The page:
Norms-Adaptable Agents for Open Multi-Agent Systems

Norms-Adaptable Agents for Open Multi-Agent Systems

Moamin A. Mahmoud (Universiti Tenaga Nasional, Malaysia) and Mohd Sharifuddin Ahmad (Universiti Tenaga Nasional, Malaysia)
DOI: 10.4018/978-1-5225-3686-4.ch005
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Norms and normative multi-agent systems have become the subjects of interest for many researchers. Such interest is caused by the need for agents to exploit the norms in enhancing their performance in a community. In open agent systems, an agent is not usually and explicitly given the norms of the host agents. Thus, when it is not able to adapt the communities' norms, it is totally deprived of accessing resources and services from the host. Such circumstance severely affects its performance resulting in failure to achieve its goal. While several studies have addressed this issue, their detection mechanisms are restricted to the use of sanctions by third party enforcement. Consequently, this study attempts to overcome this deficiency by proposing a technique that enables an agent to detect the host's potential norms via self-enforcement and update its norms even in the absence of sanctions from a third-party. The technique is called the Potential Norms Detection Technique (PNDT).
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The concepts of norms and normative systems are used to determine the behaviors of agents within a community and are commonly accepted as efficient means to normalize their behaviors (Alberti et al., 2011). Norms represent desirable behaviors for a population of a natural or artificial community and they are generally understood as rules indicating actions they are expected to perform that are either obligatory, prohibitive or permissive based on a specific set of facts. Coleman (1998) defines two main categories of norms: conventions and essential norms. Correspondingly, Villatoro (2011) grounded the difference between conventions and essential norms. Conventions are natural norms that emerge without any enforcement. Conventions solve coordination problems when there is no conflict between an individual and the collective interests, such as everyone conforms to a desired behavior. Conventions fix one norm amongst a set of norms which is always efficient as long as each one in the community employs the same norm i.e. greetings, driving side of the road (Villatoro, 2011). Essential Norms solve or ease collective action problems when there is a conflict between an individual and the collective interests (Villatoro et al., 2010). For example, “the norm not to pollute urban streets is essential in that it requires individuals to transport their trash, rather than dispose of it on the spot, an act that benefits everyone” (Piskorski et al., 2011).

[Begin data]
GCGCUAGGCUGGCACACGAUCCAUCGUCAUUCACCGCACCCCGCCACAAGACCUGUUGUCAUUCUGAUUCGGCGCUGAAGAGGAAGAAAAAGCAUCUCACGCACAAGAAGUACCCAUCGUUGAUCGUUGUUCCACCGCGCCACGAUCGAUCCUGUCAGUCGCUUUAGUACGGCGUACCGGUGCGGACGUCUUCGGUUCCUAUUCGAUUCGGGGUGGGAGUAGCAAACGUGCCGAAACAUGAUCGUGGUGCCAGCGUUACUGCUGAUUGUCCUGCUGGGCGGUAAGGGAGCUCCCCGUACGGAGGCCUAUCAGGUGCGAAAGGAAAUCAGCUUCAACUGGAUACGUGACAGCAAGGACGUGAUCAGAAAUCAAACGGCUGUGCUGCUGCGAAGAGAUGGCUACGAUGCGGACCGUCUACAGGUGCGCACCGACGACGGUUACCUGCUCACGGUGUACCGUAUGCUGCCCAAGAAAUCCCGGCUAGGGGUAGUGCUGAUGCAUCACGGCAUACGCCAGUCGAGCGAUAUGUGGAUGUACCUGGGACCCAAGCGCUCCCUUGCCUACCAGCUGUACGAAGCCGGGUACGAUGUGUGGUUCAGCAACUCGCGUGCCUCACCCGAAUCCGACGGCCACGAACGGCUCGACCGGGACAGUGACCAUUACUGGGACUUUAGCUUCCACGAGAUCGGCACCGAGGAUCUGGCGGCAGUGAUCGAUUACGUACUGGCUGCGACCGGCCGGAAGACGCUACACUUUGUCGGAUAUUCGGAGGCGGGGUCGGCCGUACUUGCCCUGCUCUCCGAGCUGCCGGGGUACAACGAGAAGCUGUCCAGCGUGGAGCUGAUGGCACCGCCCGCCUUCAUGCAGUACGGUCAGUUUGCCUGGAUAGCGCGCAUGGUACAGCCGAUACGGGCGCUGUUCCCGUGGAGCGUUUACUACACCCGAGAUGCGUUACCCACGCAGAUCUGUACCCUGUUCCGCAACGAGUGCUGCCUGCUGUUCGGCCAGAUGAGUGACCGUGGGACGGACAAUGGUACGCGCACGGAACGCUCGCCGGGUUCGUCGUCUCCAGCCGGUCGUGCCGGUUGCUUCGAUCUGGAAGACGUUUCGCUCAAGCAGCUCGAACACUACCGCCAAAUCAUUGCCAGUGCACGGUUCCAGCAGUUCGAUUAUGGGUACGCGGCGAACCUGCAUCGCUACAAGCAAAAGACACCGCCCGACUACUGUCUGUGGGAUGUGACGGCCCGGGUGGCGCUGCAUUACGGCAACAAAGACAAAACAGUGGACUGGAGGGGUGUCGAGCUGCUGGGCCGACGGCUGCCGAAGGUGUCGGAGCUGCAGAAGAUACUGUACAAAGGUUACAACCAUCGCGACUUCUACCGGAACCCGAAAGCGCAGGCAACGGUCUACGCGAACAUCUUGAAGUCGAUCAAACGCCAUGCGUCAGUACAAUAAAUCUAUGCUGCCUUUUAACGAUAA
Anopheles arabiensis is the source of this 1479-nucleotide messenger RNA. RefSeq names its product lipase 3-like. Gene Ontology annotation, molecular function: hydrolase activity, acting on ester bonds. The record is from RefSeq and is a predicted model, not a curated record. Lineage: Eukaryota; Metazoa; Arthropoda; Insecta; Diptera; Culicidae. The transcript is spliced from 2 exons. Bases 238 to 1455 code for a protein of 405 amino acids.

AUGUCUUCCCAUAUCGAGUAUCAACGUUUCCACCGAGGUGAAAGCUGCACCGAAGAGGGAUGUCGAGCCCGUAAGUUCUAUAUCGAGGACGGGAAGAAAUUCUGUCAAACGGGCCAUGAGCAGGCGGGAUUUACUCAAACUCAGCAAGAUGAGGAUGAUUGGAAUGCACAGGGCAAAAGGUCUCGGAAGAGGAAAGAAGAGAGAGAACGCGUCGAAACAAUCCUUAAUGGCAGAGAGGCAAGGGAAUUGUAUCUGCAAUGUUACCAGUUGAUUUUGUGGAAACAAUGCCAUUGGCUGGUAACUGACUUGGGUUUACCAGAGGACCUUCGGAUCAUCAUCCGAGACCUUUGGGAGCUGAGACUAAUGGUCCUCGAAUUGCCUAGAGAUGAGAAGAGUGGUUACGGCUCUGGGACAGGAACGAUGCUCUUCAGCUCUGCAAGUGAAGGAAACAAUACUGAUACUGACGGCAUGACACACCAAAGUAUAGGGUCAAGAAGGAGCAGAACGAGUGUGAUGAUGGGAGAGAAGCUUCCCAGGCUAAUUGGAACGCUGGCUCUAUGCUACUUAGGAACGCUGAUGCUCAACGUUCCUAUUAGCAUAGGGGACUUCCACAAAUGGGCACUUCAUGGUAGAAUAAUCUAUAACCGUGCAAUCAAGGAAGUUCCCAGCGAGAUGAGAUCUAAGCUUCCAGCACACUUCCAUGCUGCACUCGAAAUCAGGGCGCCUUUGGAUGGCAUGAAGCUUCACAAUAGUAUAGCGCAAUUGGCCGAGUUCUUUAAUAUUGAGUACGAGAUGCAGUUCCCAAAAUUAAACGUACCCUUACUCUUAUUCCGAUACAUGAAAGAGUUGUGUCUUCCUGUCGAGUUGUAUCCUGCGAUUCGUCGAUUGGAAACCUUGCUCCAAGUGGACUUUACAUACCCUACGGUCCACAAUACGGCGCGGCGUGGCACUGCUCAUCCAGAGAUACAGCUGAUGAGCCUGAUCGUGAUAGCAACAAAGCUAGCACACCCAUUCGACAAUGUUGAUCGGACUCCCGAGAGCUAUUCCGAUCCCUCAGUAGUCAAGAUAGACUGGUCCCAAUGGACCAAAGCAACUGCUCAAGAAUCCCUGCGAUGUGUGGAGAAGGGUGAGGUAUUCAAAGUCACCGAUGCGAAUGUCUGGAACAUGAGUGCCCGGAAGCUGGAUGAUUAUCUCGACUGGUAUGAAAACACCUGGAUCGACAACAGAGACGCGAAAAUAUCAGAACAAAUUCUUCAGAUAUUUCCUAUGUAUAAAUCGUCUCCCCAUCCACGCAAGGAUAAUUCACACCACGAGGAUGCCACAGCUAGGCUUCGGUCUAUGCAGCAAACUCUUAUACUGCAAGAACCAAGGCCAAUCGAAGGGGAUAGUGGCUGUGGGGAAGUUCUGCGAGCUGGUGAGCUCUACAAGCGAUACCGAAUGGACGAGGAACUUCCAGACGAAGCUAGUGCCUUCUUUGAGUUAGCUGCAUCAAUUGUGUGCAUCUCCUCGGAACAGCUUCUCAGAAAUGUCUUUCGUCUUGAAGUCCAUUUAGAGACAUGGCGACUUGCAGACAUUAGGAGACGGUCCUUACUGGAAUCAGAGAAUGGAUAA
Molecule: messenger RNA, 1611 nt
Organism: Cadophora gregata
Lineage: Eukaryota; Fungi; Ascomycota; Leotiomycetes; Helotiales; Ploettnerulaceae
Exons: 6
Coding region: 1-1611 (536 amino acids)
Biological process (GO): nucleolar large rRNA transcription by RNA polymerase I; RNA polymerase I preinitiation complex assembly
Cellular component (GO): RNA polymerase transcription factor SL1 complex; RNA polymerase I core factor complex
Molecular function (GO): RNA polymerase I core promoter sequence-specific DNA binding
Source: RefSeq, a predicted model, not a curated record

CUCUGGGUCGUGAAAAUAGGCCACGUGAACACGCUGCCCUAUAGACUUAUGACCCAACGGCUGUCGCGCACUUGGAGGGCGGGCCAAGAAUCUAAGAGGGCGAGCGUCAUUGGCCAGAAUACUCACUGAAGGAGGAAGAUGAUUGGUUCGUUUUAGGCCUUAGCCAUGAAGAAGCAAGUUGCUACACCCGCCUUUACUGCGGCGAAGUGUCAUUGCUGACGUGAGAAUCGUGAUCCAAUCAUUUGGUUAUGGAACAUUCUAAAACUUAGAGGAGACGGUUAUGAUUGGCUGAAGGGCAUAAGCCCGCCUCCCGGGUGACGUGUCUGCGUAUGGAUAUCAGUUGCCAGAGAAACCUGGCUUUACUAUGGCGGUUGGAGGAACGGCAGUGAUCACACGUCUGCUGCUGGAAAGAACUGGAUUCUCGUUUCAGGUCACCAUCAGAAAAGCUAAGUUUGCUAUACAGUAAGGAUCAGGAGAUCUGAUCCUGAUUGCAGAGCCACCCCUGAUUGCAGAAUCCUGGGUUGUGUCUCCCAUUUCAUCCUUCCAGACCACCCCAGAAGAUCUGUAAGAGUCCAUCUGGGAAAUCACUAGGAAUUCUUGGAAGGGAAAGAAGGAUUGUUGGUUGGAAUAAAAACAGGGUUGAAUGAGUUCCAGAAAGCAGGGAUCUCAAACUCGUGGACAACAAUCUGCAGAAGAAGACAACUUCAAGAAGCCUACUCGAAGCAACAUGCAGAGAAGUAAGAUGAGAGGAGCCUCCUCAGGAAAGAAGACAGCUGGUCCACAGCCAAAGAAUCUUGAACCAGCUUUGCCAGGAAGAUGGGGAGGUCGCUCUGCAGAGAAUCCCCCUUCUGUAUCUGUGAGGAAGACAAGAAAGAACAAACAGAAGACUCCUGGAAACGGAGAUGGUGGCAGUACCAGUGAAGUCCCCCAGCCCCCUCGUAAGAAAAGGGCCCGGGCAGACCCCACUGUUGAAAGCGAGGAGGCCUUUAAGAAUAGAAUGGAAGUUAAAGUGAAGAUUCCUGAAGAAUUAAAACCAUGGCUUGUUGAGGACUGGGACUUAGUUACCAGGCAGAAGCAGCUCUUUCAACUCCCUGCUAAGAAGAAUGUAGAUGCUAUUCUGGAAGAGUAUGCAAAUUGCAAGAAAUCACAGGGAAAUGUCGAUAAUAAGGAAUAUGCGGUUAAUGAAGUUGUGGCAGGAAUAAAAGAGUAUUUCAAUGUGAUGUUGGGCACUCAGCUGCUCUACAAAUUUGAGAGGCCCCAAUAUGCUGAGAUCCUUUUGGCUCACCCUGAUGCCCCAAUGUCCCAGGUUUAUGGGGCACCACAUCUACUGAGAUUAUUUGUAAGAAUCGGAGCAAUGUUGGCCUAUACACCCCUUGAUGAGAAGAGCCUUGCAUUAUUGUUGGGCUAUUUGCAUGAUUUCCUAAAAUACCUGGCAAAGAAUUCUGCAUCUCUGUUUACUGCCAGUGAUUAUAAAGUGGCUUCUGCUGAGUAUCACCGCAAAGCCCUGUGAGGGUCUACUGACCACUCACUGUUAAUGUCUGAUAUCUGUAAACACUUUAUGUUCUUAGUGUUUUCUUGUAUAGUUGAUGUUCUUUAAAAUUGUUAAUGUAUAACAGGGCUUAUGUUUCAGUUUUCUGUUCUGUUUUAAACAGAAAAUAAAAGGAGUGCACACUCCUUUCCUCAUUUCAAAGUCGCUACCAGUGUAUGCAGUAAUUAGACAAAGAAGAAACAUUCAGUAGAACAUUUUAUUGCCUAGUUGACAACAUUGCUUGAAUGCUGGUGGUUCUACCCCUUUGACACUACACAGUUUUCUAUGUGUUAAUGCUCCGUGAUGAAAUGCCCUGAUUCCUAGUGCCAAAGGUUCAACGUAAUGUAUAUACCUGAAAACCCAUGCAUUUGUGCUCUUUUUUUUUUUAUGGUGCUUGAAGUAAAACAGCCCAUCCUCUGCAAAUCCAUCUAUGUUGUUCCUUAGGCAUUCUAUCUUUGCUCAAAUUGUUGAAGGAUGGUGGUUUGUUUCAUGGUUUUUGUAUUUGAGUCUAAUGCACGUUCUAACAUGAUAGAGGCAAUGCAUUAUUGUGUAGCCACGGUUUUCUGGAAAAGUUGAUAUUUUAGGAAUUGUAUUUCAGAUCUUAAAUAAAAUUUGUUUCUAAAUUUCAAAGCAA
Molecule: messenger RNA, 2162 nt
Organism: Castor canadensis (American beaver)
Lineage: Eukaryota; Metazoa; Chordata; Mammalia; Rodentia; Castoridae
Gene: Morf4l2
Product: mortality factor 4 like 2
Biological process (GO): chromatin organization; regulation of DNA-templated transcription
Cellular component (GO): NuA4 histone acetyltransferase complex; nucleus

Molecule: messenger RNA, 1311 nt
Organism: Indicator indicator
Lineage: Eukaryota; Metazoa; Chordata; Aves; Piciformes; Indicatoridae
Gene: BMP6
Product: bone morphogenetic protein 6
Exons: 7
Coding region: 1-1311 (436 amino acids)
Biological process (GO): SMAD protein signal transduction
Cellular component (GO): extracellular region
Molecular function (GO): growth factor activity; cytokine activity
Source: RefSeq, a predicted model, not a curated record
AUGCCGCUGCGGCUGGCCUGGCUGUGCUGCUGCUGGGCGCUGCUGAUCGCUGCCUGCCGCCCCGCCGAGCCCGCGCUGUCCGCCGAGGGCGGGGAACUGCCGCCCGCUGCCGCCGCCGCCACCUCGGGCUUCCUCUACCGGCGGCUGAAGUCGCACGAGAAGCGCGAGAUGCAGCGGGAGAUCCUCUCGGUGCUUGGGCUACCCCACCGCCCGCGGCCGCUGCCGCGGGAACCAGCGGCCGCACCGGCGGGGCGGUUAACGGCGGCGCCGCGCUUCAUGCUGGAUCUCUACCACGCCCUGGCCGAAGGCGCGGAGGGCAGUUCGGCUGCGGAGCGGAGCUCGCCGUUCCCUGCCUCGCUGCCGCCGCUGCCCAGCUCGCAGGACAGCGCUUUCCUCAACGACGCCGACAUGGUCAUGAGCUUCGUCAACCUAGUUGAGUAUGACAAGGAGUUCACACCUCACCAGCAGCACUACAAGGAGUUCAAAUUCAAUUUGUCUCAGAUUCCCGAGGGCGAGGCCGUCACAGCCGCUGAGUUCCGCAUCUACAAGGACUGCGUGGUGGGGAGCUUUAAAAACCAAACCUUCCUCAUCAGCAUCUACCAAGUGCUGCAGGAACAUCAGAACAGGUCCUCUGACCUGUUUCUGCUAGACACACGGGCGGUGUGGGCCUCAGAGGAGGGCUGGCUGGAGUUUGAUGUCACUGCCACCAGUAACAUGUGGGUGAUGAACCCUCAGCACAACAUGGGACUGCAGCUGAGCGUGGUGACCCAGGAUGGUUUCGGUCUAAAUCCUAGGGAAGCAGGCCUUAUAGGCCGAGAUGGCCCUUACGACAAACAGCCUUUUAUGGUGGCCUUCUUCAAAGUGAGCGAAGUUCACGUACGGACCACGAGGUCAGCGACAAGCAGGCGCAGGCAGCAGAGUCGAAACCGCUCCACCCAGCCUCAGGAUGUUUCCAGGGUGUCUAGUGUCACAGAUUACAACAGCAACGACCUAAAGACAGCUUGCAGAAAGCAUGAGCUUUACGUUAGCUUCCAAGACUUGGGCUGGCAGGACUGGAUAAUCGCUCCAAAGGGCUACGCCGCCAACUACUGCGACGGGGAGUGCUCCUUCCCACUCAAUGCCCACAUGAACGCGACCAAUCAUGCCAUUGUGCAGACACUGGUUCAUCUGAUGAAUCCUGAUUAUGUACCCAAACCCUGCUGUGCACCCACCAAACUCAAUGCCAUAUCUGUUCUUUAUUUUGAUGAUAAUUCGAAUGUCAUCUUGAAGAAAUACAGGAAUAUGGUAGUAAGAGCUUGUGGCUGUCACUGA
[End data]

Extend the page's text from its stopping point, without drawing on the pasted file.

Intelligent software agents have been widely used in distributed artificial intelligence and due to their autonomous, self-interested, rational abilities (Mahmoud et al., 2016c, 2016d, 2016e; Jassim et al., 2016), and social abilities (Subramainan et al., 2016a, 2016b; Mahmoud et al., 2013), agents are well-suited for automated negotiation on behalf of humans (Kexing, 2011).

In agent communities, norms are used to regulate agents’ behaviors but agents may decide not to comply with the norms if this benefits them (Mahmoud et al., 2016a, 2016b). Consequently, norms enforcement is designed to offset these benefits and thus the motives for not complying with the norms (Perreau de Pinninck et al., 2010). To perform the enforcement, it requires a process that is able to detect the activity of the norms and their probable violations and handle this violation (Vázquez-Salceda et al., 2004). According to Perreau de Pinninck et al. (2010), norms enforcement can be achieved through a controller via stopping forbidden actions or applying reward and penalty on agents. However, the literature presented two types of enforcements, which are self-enforcement and third-party enforcement. Self-enforcement is also called as internally-directed enforcement (Hollander & Wu, 2011). It occurs when an agent punishes itself for violating a norm, which could happen when an agent has internalized the norm and is influenced by some forms of emotion or awareness. In self-enforcement, the violator performs its own penalty and this is often because its actions are not coordinated with the actions of other agents. In other words, there is no third-party involved in its actions to apply punishment (Posner & Rasmusen, 1999).

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